By Mary Fridley
In my last post, I wrote about Susan Massad, my best friend and an extraordinary doctor who devoted her life to working with people of all ages and from all walks of life to create their health, which she understood as inseparable from creating our lives. It is with great sadness – and even greater pride in how much she has meant to so many – that I write to let you know that Susan died on November 29. If you would like to learn more about her life, here is a tribute written by the East Side Institute (Institute), where she and I have been on the faculty, and where we created “The Joy of Dementia (You Gotta Be Kidding)” workshop and conversation series.
My previous agebuzz post inspired interest by Judith Graham, a respected columnist at Kaiser Health News (KHN), in devoting one of her columns to Susan and some of the health team members who were with her throughout her cancer and end-of-life journey. So while I miss Susan terribly, I am thrilled that so many more people around the world can benefit from her always humanizing approach to health care. I am also heartened by the many responses the KHN piece has generated, including the following, which I found especially touching.
“The reason I was attracted to the story was that I can see how helpful it would be to have a couple of people whom I could talk to about my life/death questions and decisions — without advice or strong opinions. The idea never occurred to me before; I thought these decisions and fears were something one had to keep to himself.”
As someone who believes that our lives are never well-served by keeping much of anything to ourselves, I applaud this reader for even contemplating the possibility of doing something different and have let him know I will support his journey in any way I can.
Also deeply moving has been the love and support I have received from friends and colleagues around the world, some close, others less so, but all urging me to take the time needed to grieve, to reflect, and to take care of myself.
I freely admit that I have never been terribly good at taking this kind of care for myself, but I am committed to doing something more positive this time around. Fortunately, my ability to do so was significantly bolstered after reading “Do you know what self-care is?”, by Institute director Lois Holzman for her “A Conceptual Revolution” column in Psychology Today.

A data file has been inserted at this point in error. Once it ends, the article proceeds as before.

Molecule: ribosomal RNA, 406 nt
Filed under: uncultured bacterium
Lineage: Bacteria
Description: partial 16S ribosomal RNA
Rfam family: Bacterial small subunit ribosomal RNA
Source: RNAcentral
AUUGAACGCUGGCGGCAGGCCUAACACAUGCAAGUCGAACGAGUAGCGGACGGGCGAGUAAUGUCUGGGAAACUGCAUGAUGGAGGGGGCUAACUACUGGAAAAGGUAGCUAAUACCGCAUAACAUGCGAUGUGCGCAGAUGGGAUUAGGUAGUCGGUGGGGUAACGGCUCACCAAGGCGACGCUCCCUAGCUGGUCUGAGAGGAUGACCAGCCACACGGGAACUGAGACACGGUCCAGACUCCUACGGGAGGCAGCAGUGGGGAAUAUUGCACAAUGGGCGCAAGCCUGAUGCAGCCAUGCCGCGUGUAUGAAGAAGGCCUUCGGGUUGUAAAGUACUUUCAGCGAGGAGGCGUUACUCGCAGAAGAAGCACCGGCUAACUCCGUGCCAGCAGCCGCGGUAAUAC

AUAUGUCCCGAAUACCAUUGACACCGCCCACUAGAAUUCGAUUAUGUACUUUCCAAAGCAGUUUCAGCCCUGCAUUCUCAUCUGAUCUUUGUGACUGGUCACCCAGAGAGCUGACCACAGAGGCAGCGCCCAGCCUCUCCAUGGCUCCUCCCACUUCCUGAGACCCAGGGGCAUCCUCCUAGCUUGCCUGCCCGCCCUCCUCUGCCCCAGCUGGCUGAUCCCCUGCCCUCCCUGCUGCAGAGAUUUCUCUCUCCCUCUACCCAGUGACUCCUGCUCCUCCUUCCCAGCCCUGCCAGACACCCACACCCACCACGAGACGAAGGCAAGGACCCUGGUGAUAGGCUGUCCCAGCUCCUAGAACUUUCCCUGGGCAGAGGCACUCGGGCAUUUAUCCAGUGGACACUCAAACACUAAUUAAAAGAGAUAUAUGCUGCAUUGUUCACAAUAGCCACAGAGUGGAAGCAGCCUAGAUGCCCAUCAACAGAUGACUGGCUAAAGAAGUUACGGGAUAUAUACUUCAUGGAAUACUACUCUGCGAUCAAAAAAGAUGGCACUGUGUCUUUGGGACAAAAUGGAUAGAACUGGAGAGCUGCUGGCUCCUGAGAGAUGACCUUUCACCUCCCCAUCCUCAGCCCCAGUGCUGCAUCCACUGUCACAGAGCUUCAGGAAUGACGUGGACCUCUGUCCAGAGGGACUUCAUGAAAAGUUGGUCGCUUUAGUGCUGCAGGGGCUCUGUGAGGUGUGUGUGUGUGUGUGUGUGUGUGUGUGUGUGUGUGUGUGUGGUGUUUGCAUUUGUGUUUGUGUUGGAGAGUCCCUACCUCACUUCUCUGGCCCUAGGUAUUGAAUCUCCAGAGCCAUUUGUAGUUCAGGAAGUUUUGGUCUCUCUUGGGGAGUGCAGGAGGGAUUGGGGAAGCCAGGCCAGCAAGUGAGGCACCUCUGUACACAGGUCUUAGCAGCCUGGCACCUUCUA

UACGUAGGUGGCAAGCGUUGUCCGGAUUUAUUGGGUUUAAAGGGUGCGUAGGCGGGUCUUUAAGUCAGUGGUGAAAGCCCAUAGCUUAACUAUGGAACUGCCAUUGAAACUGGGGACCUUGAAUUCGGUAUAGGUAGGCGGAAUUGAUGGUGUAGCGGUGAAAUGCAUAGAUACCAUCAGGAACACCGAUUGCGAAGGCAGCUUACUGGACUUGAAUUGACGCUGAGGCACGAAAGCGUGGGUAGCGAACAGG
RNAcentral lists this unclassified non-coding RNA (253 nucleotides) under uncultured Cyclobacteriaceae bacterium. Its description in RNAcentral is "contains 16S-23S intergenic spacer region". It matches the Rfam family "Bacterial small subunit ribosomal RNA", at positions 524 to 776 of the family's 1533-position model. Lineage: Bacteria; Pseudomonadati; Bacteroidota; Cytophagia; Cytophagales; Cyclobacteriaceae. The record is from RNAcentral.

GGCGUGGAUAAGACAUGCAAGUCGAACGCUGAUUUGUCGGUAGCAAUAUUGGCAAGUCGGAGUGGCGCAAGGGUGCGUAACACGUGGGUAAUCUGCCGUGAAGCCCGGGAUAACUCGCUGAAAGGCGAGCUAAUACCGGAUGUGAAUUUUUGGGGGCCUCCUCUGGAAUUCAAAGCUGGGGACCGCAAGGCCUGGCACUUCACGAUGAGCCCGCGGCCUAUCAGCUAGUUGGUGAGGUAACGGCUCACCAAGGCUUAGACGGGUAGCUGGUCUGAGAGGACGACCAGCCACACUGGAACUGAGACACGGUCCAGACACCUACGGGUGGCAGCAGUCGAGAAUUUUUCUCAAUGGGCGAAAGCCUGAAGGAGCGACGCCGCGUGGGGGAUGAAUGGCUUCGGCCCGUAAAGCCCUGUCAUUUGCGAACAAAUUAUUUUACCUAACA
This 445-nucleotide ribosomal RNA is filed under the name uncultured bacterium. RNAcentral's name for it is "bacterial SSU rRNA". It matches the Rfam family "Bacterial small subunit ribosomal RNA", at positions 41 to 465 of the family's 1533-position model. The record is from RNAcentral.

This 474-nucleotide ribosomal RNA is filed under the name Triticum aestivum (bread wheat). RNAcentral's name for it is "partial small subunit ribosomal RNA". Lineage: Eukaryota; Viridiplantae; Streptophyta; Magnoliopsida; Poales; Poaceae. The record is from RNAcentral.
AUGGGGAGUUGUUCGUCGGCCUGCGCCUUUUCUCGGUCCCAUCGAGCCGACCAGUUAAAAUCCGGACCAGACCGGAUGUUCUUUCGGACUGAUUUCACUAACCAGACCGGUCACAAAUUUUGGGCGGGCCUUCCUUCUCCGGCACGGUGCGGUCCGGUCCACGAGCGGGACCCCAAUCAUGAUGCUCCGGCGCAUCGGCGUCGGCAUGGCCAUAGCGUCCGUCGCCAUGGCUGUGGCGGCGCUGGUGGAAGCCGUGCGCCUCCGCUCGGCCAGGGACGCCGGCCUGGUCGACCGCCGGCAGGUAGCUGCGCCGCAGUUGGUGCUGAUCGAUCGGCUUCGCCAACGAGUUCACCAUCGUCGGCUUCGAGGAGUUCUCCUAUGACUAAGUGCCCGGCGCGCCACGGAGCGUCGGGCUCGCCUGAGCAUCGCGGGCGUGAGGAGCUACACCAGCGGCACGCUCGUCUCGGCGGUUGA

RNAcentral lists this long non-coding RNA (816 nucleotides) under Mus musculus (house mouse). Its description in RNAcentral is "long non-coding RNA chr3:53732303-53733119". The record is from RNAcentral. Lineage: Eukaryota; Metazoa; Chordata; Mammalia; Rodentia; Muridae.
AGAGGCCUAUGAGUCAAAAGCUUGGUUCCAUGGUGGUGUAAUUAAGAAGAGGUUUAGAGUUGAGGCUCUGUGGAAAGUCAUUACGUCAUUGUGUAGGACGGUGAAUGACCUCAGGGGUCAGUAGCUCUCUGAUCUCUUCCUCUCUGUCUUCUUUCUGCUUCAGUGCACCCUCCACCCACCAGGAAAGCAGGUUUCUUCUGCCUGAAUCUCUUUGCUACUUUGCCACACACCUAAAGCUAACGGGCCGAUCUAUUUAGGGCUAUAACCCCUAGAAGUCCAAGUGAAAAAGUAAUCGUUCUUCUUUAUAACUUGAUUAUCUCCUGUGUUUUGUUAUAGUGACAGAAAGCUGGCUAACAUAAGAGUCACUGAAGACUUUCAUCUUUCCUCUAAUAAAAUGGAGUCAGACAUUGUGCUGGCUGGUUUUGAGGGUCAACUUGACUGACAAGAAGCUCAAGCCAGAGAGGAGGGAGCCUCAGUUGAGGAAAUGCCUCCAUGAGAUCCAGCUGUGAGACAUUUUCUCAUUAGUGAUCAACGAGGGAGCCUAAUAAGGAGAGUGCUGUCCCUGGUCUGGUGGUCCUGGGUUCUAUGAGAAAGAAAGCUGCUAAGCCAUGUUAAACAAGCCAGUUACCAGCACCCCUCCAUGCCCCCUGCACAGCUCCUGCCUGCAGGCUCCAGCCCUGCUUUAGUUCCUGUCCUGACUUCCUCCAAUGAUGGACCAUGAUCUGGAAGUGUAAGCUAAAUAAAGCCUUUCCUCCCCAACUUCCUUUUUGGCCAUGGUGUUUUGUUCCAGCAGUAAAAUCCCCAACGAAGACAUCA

“There’s been a lot of self-care advice out there, especially during this most unusual holiday period. As we begin a new year, it would do all of us well to try out some of the tips being offered for taking care of yourself and dealing with stress—deep breathing, meditating, exercising, eating and sleeping better, and creating your own special “me time,” to name a few.
The advice I have to add to these excellent ideas is of another sort and, because of that, it might even help you stick with those suggested wellness ideas. My advice is not so much about how you take care of what you think of as “you,” but about how you relate to yourself and everything around you…
…For, if you’re like most people, you want desperately to know—what to do in a particular situation, what’s going to happen, who’s right, and who’s wrong. But if the COVID pandemic has taught us anything, it’s that we cannot know. We cannot know what to do, what’s going to happen, or who’s right and who’s wrong. The way to get through this, I’m convinced, is to embrace the unknown.”
Intrigued? Then I hope you will take a moment to read the entire piece.
In closing, I want to give a heartfelt thanks to agebuzz and its readers for being such a positive presence in my life and for allowing me to share my friend with you. If you are interested in learning more about Susan’s innovative approach to health care, check out Medicine Across Borders: The Subjectivity of Health and Healing, a compilation of her writings published shortly before her death.
I also want to express my appreciation to agebuzz founder Connie Zuckerman for believing that I have something to say and for making everything I write better.
And please accept my best wishes to you and yours for a safe, healthy, and hope-filled new year.
Mary Fridley is on the faculty at the East Side Institute in NYC, co-creator and leader of The Joy of Dementia (You Gotta Be Kidding!), and coordinator of Reimagining Dementia: A Creative Coalition for Justice. An accomplished teacher and workshop leader, Mary practiced social therapy for 12 years and uses the social therapeutic approach as a teacher and workshop leader. She is the author or co-author of several articles and chapters on the Joy of Dementia, including a chapter that appears in The Applied Improvisation Mindset published in August 2021. Additionally, Mary is a guest blogger for agebuzz and a playwright and theater director. She makes her living as a non-profit fundraising consultant. She can be contacted at [email protected].